Favourite colour: blue/ book: The Element by Sir Ken Robinson/ animal: dogs/ vacation spot: Turks and Caicos
What made you enter your field of work?
It’s cliché but I’ve always wanted to be a physician. I did have a two week period when I was ten and I considered being a pilot but my mother shut that down pretty quickly. I am particularly drawn to working with young people and would perhaps have been a pediatrician if I did not discover the magic of psychiatry. Working as a child psychiatrist is a perfect blend of what I find most fascinating in medicine: the developing brain and its impact on behaviour. I am committed to academic medicine for a similar reason. It challenges me to continue to up my game.
What do you love most about your job?
I work with the smartest people I’ve ever met, who are incredibly committed to serving young people. I believe I have the best job in the world and try to express my love for what I do every day.
Describe one of your most challenging days at work.
The hardest days are when I learn that we’ve lost a patient I was caring for. Those days are rare but very difficult. I am a parent and I can imagine no greater hurt than the loss of a child, especially when that child struggled with a mental health condition. I try to remain strong for my other patients, their families and my fellow staff but it is a severe blow every single time. I can’t help but cry.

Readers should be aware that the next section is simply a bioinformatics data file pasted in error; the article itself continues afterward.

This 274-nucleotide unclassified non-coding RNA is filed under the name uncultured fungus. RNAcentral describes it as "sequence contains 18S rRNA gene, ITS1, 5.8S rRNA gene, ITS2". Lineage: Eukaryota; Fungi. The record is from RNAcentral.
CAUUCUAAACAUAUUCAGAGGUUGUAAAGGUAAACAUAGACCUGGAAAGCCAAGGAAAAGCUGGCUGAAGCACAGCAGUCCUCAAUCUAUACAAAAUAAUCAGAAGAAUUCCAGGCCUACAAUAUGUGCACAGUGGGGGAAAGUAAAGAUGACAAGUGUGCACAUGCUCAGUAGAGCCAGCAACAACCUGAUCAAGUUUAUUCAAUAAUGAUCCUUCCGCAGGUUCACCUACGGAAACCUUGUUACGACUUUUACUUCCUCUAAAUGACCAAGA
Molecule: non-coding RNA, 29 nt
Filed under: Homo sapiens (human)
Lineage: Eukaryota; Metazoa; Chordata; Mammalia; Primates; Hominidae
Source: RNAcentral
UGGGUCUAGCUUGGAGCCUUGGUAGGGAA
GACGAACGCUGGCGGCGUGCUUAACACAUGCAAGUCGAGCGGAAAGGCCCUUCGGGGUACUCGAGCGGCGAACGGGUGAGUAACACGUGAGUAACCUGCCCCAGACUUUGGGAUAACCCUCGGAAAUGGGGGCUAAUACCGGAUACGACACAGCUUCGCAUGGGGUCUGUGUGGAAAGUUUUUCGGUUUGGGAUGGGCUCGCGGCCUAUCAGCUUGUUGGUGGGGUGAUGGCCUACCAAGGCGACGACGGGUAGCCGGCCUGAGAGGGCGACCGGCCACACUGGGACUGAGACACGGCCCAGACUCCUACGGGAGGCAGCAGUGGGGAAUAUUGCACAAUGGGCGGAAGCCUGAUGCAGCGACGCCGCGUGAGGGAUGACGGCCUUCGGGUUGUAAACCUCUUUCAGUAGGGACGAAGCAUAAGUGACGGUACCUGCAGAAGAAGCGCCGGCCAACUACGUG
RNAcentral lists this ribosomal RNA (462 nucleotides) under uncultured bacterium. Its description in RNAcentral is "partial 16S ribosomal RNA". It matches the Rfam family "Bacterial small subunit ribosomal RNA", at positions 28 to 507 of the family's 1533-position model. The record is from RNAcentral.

What do you do after work to unwind?
On the weekends I take a sip of Grand Marnier and during the week I watch or play soccer. My family is very supportive. I have two teenage children who have their own busy lives so of course, some of my time is spent trying to keep up with them.
What is one thing you wish patients or colleagues knew about you?
I used to breakdance and still have some moves. They are archived and, except for top secret video footage, will never be seen again. On a more professional note, I wish my colleagues knew I welcome debate and critique. I may come across as serious but I’m always ready to chat and hear another perspective.
Tell us about your most gratifying experience at HHS.
A former patient of mine came up to me in the café and told me he was now working and doing well. He had found a vocation that allowed him to contribute to society in spite of his other struggles. He was grateful for the care he had received. I had followed him briefly as an outpatient when he was discharged and knew he was going to have a tough time getting back to his life. Seeing moments of success like this is like rocket fuel and propels me to work even harder.